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How do we plug our retirement income shortfall?

A reader looks to tackle a future drop in retirement income
How do we plug our retirement income shortfall?
  • Jacob considers taking more investment risk to plug an approaching shortfall
  • Our specialists suggest making use of a chunky cash pile, among other things
Reader Portfolio
Jacob and his wife 67 and 65

Annuities, workplace pensions, £930,000 in Sipps, Isa investments, premium bonds and a substantial level of cash


Meet a significant income shortfall due in five years and leave a legacy for grandchildren if possible

Portfolio type
Investing for income

Jacob is 67 and his wife is 65. The two of them currently receive a gross annual income of just under £70,000 comprising various pensions, with Jacob’s wife’s state pension to commence next year. They also have self-invested personal pensions (Sipps) worth around £930,000 between them, a large amount of cash, some Isa holdings and other assets such as premium bonds.

Jacob notes that they should not need to draw on any of the funds for the next five years. “Our income is currently more than sufficient to meet our routine expenditure and at present we have no plans for major capital purchases,” he says. But the couple will need to generate a substantial level of additional income in five years, when a partnership annuity accounting for £44,000 of their current income ceases.

“Once the partnership annuity ceases in five years our income will fall substantially,” he explains. “We would then like to be able to draw £30,000 to £35,000 a year to supplement our state pensions and my wife’s defined benefit pension. We would do this from our non-Sipp funds initially, a large proportion of which are currently held in cash.

“With inflation at a 40-year high plus volatile markets we are trying to determine where best to invest that cash to provide growth. We appreciate that to attain our desired income we may also need to draw down on capital over time if we choose not to touch the pension funds.”

Jacob and his wife have two children, both of whom are financially independent. They gifted sums to each child a year ago to help them with property purchases. However, Jacob adds: “I would like to maintain the value of the pension holdings as far as possible, care costs, etc, permitting, to leave some legacy for our children/grandchildren. I have a serious health condition which is likely to limit my longevity.”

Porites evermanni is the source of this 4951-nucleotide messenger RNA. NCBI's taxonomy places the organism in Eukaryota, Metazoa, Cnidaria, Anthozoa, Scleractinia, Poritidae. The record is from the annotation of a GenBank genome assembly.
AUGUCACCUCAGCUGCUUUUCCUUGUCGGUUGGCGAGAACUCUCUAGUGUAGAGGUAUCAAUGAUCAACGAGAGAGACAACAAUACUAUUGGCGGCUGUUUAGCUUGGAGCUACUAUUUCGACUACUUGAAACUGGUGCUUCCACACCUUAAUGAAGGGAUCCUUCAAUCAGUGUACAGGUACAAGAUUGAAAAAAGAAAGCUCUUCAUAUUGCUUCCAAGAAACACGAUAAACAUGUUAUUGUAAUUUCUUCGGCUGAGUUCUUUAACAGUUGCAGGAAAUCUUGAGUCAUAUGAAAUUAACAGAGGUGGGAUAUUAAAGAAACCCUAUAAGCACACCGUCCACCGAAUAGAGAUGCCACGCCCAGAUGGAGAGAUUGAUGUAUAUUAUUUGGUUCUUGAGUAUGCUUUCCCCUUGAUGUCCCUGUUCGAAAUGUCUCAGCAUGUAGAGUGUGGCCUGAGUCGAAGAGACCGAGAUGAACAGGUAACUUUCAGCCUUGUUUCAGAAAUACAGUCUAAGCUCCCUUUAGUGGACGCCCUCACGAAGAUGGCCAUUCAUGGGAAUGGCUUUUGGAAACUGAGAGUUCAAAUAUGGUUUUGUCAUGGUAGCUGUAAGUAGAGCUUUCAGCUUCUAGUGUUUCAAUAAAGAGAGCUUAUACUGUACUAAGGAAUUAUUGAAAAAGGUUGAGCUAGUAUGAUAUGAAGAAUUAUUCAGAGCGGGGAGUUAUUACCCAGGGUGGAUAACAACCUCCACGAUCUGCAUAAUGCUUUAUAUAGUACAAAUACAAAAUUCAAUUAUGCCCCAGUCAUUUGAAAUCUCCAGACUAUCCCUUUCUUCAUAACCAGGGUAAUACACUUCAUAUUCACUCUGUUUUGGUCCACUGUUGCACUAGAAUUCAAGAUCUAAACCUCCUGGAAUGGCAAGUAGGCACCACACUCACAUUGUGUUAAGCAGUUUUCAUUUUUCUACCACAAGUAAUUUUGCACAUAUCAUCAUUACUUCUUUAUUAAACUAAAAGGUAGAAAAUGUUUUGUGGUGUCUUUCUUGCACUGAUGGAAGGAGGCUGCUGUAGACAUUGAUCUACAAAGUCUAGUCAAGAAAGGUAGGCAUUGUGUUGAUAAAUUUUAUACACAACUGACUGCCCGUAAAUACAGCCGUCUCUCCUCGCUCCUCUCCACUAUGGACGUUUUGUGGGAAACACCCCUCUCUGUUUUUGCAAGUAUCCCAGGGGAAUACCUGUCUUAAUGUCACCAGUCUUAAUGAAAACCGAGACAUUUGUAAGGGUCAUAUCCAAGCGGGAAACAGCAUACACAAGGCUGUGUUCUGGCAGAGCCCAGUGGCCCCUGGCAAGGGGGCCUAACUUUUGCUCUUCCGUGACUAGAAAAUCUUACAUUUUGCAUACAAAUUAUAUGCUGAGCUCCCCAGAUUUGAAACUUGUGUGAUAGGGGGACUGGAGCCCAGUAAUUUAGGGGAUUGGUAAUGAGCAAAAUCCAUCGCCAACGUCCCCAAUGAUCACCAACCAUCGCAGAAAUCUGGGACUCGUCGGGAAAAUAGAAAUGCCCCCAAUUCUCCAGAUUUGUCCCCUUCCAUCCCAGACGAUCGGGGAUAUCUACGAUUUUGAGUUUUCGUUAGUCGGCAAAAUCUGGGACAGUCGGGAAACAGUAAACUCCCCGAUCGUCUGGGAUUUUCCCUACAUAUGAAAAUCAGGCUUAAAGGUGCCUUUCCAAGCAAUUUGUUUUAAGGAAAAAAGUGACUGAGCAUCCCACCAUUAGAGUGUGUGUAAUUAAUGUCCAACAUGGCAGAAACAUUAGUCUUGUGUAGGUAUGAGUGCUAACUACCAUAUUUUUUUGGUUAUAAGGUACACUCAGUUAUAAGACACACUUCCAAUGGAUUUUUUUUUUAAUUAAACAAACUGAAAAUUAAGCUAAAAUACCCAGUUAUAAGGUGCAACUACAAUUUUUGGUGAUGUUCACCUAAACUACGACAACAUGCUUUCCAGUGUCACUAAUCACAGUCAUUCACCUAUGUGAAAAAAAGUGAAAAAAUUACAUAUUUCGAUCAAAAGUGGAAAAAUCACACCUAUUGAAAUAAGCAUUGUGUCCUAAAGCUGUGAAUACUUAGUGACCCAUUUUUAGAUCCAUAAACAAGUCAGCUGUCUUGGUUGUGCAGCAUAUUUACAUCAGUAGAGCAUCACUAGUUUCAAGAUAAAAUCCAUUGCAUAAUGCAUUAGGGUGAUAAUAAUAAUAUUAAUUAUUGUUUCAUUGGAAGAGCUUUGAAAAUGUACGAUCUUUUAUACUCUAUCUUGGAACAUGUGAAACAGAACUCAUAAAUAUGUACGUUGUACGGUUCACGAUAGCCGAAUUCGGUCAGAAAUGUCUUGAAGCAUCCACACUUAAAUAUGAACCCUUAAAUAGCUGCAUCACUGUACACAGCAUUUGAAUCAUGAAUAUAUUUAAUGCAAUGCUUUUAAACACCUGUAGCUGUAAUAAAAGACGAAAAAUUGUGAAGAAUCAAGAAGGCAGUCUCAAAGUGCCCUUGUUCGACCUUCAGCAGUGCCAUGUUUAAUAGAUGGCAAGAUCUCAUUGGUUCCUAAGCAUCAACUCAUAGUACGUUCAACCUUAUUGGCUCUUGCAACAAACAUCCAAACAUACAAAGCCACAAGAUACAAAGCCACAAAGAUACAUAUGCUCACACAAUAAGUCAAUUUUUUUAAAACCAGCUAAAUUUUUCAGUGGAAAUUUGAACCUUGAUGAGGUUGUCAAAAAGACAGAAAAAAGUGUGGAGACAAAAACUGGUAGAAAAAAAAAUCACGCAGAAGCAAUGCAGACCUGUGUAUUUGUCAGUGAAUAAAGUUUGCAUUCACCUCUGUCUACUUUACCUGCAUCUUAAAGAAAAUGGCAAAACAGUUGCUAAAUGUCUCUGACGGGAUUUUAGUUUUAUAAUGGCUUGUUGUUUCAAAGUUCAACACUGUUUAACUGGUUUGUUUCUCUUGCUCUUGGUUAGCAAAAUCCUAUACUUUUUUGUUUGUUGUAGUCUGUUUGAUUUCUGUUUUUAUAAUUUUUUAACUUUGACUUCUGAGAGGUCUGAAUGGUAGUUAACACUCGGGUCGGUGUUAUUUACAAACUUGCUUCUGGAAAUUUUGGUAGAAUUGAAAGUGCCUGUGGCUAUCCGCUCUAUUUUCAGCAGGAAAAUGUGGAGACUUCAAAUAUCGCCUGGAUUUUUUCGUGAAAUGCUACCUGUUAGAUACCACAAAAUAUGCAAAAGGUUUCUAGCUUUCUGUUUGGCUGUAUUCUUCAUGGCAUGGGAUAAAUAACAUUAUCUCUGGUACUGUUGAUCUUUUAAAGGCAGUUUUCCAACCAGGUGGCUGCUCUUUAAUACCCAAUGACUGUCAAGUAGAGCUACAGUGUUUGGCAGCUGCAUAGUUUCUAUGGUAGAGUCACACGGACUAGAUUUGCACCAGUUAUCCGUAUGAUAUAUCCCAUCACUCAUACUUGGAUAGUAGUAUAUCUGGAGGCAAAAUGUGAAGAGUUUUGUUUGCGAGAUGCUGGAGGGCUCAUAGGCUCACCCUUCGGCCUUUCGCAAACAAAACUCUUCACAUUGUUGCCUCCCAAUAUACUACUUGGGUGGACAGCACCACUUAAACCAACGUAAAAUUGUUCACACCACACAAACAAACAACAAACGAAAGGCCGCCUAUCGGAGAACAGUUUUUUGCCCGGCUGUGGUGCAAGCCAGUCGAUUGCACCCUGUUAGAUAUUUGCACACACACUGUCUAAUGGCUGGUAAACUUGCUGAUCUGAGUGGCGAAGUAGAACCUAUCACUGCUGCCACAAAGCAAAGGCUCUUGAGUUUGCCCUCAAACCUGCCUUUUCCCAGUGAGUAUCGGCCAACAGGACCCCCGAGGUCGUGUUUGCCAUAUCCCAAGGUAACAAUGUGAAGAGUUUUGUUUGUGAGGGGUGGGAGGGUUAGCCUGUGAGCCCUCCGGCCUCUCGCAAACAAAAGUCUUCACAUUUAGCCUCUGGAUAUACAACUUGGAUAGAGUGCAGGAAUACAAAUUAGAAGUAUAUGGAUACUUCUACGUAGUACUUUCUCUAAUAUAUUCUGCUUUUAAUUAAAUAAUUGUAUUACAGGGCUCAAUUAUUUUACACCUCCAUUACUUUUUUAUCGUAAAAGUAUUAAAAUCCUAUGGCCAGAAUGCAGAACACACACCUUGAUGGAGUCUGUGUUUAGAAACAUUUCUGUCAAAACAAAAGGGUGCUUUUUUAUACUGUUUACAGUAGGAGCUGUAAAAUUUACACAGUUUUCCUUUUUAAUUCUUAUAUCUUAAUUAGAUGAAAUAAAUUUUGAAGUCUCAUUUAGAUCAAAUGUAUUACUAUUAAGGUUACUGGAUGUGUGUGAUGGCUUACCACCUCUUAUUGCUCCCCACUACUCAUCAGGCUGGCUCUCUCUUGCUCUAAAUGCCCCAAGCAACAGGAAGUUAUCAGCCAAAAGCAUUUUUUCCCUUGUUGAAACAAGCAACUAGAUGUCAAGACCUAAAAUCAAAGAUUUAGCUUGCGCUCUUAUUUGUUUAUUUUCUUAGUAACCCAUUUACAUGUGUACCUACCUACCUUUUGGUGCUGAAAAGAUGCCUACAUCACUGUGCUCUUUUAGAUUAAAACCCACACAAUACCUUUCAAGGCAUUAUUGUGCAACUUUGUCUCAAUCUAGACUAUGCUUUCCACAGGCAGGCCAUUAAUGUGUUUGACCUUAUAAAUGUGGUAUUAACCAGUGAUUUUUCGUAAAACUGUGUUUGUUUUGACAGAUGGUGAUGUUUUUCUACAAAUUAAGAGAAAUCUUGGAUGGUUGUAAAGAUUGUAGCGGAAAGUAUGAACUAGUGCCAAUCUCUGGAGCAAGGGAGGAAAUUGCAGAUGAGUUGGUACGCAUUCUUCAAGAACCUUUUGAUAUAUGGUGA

Jacob bought a few shares over the years but started investing in earnest once funds were transferred to his personal Sipp on retirement. Of his investment approach he notes: “I have always been fairly cautious but appreciate I may now need to be a little less so in order to achieve our goals.

“I tolerate more risk in my Sipp and my preferred investment vehicles are investment trusts to provide a geographical and sector spread. I also purchase UK shares and tend to focus on companies allied to satisfying consumer’s basic needs. The Quilter SIS holdings in my Sipp were a portfolio selected by my former financial adviser.

His most recent transactions were investments into Fidelity Global Enhanced Income (GB00BD1NLL62), Fidelity European Trust (FEV) and Reckitt Benckiser (RKT). When it comes to future investments, Jacob has considered buying a small number of low-cast tracker funds such as the Vanguard LifeStrategy products.

The couple's home is worth approximately £600,000, and they have no mortgage or other debt.


Jacob and his wife's Sipp portfolios
HoldingValue (£)% of Sipps portfolio
Quilter SIS Pacific Multi Asset Conservative A Acc123,34513.2
Aviva Equity & With Profits57,6076.2
Series 2 With Profits54,6175.9
Quilter SIS Vanguard FTSE Developed World Ex UK Equity Index54,0945.8
RIT Capital Partners (RCP)33,2433.6